It’s a curious blend of old school/new school coming out of the Nautilus Reels shop in Miami. Kristen Mustad founded the company in 2013, bringing with him his family’s 144-year-old Scandinavian heritage of hook manufacturing. But Nautilus Reels are anything but stodgy. Ceramic bearings, titanium drag shafts, gigantic arbors that suck in more than a foot of line with a single handle turn—they’re as technically innovative as they are sexy. The new CCF-X2 line of fully sealed reels will stop traffic at the boat ramp the same way they stop big-game fish. And the 8/10 and 10/12 sizes share the same frame, so you can cover line weights from 8 to 12 with one reel just by swapping out spools. From $445; nautilusreels.com
Although bajío is the Spanish word for “shallows,” this new sunglasses company out of New Smyrna Beach, Florida, has a deep pedigree: It was co-founded by former Costa del Mar exec Al Perkinson, who also started the non-profit Indifly to help indigenous peoples develop sustainable fly-fishing businesses. That eco-minded ethic informs the Bajío line, with many models sporting frames made from plant-derived bio-based nylon, which is lighter than carbon fiber and super tough, and coconut-husk frames are on the way.
I tried a pair of the Scuch shades with the bioplastic frames and blue light–blocking, polarized green glass lenses. They’re so light I had to pull the invoice to be convinced the lenses were glass and not polycarbonate. They cut the million-watt glare bouncing off fiberglass boat hulls and open ocean, but I could still run the boat in early light without feeling like I needed to switch pairs. Now I’m faced with a conundrum: Stash them in my coastal tackle bag so I never leave the marina without them, or wear them as my everyday shades because they’re so comfortable. $249; bajiosunglasses.com
YETI Panga Backpack 28
I’ve jumped on the submersible pack train, thanks to my son insisting that I shed my old-school fishing vest. (“Dad, no.”) I’ve even evolved from a sling pack to a submersible fishing daypack, just like the cool kids. They’re on to something. YETI’s Panga Backpack is large enough to carry enough fishing gear and grub for a full day of hiking into a blue-line headwaters trout stream, but the pack is still light and trim, so it doesn’t get in the way of casting. And since it’s completely waterproof, I can wade as deep as I want without having to wad up a fishing vest and hold it overhead. I can also cinch down a pair of trekking poles for the hike in and out, and there’s a sleek outside pocket to stash tippet, ibuprofen, and whatever gout medicine might be required while channeling my inner millennial. $300; yeti.com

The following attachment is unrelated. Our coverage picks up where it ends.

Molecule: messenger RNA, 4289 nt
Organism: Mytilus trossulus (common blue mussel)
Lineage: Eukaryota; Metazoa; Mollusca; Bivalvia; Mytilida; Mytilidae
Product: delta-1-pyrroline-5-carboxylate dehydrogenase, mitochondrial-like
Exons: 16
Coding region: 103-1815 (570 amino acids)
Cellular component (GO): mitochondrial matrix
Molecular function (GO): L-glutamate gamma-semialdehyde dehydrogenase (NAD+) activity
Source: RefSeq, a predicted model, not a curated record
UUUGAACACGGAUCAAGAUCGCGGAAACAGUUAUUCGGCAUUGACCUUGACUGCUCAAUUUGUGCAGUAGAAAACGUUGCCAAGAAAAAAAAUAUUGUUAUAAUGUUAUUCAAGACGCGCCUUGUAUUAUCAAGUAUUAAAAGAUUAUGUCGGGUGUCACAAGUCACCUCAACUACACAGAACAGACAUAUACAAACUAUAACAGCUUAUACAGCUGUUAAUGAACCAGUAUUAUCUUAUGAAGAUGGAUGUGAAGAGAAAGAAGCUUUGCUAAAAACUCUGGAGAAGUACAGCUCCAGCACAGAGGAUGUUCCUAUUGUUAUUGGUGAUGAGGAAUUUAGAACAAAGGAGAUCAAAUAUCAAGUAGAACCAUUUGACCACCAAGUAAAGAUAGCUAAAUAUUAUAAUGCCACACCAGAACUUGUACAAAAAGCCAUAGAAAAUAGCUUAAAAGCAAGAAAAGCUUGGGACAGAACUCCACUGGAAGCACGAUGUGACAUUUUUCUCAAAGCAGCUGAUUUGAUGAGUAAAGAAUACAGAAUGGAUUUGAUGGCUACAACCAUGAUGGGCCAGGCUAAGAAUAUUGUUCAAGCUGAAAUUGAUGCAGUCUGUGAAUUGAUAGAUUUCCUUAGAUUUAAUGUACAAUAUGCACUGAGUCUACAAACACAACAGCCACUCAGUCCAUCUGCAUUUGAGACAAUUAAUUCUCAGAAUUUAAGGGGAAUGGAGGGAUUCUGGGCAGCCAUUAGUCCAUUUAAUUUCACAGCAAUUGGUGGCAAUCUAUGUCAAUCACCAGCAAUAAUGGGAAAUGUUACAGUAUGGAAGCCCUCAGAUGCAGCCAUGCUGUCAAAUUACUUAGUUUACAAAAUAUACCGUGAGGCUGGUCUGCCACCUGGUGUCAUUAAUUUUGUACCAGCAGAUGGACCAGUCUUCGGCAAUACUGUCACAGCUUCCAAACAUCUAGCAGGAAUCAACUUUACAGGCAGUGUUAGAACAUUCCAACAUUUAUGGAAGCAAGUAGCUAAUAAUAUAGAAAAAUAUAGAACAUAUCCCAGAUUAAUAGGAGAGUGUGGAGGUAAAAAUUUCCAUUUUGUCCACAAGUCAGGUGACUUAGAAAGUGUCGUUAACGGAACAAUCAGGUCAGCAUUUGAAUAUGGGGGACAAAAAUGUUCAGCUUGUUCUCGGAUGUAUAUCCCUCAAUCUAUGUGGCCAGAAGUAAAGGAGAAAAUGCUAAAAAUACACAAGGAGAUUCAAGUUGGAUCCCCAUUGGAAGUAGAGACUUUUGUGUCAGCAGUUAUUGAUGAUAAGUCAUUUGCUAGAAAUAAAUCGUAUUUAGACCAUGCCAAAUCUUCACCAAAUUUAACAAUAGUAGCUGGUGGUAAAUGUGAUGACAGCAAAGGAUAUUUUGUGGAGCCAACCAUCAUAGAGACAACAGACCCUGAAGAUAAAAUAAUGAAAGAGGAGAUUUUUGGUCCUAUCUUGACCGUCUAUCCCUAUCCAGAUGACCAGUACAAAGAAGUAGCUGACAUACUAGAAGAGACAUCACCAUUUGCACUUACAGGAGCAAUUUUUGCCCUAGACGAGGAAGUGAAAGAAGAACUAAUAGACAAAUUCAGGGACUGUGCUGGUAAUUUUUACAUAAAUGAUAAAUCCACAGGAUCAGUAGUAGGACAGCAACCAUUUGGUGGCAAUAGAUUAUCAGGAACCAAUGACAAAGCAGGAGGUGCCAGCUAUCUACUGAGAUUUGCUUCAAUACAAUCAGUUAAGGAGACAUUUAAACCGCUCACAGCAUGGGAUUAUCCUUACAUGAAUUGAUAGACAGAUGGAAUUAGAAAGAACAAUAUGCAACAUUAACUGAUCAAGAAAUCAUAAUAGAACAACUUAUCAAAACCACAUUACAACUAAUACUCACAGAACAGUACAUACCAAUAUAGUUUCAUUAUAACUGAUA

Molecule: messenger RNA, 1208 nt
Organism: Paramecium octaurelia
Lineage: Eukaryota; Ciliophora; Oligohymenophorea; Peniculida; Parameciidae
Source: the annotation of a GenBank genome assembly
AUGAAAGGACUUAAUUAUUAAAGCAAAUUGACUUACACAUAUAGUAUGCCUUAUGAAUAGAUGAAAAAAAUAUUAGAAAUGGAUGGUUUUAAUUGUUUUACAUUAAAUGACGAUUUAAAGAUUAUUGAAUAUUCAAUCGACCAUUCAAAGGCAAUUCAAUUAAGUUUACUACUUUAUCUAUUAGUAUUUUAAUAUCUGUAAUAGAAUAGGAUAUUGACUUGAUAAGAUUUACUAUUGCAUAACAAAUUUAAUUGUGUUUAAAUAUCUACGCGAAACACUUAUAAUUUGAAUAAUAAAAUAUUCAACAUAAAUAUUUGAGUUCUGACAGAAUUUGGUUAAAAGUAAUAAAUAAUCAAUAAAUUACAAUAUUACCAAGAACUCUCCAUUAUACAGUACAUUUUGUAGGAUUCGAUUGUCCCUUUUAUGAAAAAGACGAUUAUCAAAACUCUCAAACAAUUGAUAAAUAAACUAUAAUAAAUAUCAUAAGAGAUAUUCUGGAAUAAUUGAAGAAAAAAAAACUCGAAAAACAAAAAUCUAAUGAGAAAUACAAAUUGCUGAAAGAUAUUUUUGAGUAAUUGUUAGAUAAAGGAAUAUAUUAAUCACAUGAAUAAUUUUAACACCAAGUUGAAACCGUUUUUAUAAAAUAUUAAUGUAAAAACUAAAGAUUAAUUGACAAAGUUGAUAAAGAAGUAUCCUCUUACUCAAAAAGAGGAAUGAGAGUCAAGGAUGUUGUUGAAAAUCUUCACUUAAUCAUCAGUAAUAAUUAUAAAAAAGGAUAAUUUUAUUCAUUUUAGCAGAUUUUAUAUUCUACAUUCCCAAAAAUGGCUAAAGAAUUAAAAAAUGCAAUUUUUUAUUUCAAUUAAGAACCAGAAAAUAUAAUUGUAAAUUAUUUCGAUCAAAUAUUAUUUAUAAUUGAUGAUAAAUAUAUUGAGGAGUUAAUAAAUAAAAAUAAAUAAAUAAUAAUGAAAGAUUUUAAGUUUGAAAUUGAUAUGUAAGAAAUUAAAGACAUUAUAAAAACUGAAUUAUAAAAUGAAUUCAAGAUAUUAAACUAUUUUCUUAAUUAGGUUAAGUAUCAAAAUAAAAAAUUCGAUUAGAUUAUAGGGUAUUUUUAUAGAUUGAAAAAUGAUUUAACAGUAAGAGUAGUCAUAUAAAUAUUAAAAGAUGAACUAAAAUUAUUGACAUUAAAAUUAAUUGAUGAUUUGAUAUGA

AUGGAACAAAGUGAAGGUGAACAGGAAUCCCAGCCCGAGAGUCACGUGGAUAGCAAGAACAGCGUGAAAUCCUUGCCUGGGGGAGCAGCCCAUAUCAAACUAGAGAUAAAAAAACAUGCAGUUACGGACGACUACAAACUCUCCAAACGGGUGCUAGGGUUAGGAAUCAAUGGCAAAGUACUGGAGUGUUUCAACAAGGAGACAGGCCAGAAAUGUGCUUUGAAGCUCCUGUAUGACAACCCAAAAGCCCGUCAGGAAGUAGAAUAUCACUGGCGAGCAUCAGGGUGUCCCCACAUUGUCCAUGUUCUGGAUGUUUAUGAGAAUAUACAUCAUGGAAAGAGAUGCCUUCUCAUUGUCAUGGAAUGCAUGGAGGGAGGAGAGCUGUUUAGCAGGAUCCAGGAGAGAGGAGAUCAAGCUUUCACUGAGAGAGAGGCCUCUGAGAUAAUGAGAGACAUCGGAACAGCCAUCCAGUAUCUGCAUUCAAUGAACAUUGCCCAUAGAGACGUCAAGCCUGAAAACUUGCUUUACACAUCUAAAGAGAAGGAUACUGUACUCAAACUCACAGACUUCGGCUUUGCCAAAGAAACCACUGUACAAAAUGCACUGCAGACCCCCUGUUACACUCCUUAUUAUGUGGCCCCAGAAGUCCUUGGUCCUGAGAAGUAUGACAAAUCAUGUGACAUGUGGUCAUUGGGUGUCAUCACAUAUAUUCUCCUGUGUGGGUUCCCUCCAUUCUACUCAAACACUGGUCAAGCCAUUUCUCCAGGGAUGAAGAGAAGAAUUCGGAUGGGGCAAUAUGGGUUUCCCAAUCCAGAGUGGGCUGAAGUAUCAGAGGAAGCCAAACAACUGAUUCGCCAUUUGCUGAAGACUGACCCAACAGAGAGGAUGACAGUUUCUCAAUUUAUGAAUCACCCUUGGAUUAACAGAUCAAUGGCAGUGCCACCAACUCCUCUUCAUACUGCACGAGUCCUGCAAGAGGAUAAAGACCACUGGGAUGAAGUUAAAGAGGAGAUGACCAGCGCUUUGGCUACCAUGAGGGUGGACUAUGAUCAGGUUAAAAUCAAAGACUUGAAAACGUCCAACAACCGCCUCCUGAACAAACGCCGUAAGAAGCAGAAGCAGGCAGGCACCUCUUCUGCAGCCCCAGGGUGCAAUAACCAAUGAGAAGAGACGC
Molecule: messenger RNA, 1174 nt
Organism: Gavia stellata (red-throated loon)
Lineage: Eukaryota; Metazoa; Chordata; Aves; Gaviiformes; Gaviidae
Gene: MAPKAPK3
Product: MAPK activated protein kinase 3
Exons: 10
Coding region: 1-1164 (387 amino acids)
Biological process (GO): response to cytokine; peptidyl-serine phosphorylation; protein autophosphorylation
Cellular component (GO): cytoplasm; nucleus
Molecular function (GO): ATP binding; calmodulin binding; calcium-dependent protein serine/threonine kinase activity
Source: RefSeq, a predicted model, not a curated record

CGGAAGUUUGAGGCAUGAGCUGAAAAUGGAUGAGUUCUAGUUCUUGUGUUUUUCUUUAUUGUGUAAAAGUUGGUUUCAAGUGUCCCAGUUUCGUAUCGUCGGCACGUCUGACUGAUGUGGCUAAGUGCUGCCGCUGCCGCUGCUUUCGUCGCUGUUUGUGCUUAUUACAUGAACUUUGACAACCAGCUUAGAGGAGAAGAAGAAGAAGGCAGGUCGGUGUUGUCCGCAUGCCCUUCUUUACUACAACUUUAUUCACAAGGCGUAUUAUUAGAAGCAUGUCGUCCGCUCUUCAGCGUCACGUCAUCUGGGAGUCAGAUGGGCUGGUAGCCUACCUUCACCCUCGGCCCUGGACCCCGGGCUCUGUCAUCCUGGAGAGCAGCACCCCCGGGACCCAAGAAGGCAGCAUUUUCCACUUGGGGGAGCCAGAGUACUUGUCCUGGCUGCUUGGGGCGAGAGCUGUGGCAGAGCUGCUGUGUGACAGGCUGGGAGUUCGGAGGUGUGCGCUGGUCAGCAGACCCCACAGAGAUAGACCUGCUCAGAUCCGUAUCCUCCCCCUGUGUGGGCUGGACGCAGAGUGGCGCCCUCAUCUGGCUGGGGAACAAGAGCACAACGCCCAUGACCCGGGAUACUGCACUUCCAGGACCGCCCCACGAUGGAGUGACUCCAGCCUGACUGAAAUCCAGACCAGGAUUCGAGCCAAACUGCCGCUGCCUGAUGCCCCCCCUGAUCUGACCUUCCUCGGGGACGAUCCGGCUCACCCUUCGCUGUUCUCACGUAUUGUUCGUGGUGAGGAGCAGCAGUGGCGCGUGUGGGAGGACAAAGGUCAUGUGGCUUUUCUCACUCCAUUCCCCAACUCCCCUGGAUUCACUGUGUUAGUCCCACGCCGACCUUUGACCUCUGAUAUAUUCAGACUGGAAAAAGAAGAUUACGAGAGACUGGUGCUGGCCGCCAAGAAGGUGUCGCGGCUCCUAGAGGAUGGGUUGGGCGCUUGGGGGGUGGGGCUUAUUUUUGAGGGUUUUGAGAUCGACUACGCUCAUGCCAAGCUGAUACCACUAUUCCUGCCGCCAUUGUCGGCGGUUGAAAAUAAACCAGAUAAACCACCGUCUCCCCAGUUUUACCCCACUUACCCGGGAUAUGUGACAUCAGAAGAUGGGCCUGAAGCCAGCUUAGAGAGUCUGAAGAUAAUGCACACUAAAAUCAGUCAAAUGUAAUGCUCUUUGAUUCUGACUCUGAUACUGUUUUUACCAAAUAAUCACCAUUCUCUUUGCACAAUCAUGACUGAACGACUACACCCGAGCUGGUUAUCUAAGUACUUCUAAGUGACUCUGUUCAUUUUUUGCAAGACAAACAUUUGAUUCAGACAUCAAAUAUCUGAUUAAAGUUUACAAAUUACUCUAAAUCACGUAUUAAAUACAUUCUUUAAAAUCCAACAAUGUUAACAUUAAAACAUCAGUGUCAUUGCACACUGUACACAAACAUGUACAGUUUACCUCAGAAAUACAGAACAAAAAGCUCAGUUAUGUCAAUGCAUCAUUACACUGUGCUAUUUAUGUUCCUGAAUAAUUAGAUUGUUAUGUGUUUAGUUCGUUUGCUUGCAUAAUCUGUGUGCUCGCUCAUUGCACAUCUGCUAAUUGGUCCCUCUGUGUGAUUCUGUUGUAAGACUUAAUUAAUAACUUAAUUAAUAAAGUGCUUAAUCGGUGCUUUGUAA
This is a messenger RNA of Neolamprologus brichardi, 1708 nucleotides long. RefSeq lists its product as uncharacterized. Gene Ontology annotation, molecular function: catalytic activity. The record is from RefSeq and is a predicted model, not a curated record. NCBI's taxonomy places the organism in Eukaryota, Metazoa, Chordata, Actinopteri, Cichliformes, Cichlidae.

Stonefly Landing Net
Charleston, South Carolina, native Ethan Igleheart started a woodworking company in his hometown in 1994, operated Carolina Cotton Ties for almost ten years, and then was bitten by the fly-fishing bug in 2014. He now lives near the trout-rich waters of the Arkansas Ozarks and meticulously crafts some of the sweetest wooden landing nets you’ll ever see. He keeps a small stock on hand for sale, but he mainly builds nets to order. You can select from four sizes, suitable for small native brookies up to fish-of-a-lifetime whoppers, and from woods such as spalted sycamore, maple and buckeye burls, walnut, and tamarind. Igleheart also recently launched a collaborative “catch and release” project with famed rod builder Tom Morgan Rodsmiths of Bozeman, Montana: a custom rod and matching net, with the reel seat and net handle made of the same custom-selected woods. Swanky. From $179; stoneflynets.com
Follow T. Edward Nickens on Instagram @enickens.